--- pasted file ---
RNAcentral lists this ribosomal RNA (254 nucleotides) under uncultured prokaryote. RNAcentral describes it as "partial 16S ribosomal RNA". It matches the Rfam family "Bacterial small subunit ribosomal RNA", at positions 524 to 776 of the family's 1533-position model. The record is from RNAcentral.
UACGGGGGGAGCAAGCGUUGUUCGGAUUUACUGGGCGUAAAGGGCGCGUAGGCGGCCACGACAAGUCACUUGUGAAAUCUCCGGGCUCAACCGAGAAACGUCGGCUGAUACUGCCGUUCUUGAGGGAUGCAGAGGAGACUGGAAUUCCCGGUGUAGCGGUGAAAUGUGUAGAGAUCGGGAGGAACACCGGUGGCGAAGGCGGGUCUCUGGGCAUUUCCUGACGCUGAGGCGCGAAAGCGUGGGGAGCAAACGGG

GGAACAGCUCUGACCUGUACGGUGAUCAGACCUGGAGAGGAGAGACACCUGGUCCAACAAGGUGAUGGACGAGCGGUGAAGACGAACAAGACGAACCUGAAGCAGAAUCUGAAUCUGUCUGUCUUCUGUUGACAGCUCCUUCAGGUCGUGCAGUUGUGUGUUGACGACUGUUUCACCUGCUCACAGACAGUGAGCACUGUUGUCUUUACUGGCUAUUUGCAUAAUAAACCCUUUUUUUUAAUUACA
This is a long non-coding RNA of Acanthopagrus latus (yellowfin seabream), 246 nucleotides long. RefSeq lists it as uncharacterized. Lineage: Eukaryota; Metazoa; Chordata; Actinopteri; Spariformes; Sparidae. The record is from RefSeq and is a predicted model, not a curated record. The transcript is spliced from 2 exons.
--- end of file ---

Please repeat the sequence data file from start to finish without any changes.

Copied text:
RNAcentral lists this ribosomal RNA (254 nucleotides) under uncultured prokaryote. RNAcentral describes it as "partial 16S ribosomal RNA". It matches the Rfam family "Bacterial small subunit ribosomal RNA", at positions 524 to 776 of the family's 1533-position model. The record is from RNAcentral.
UACGGGGGGAGCAAGCGUUGUUCGGAUUUACUGGGCGUAAAGGGCGCGUAGGCGGCCACGACAAGUCACUUGUGAAAUCUCCGGGCUCAACCGAGAAACGUCGGCUGAUACUGCCGUUCUUGAGGGAUGCAGAGGAGACUGGAAUUCCCGGUGUAGCGGUGAAAUGUGUAGAGAUCGGGAGGAACACCGGUGGCGAAGGCGGGUCUCUGGGCAUUUCCUGACGCUGAGGCGCGAAAGCGUGGGGAGCAAACGGG

GGAACAGCUCUGACCUGUACGGUGAUCAGACCUGGAGAGGAGAGACACCUGGUCCAACAAGGUGAUGGACGAGCGGUGAAGACGAACAAGACGAACCUGAAGCAGAAUCUGAAUCUGUCUGUCUUCUGUUGACAGCUCCUUCAGGUCGUGCAGUUGUGUGUUGACGACUGUUUCACCUGCUCACAGACAGUGAGCACUGUUGUCUUUACUGGCUAUUUGCAUAAUAAACCCUUUUUUUUAAUUACA
This is a long non-coding RNA of Acanthopagrus latus (yellowfin seabream), 246 nucleotides long. RefSeq lists it as uncharacterized. Lineage: Eukaryota; Metazoa; Chordata; Actinopteri; Spariformes; Sparidae. The record is from RefSeq and is a predicted model, not a curated record. The transcript is spliced from 2 exons.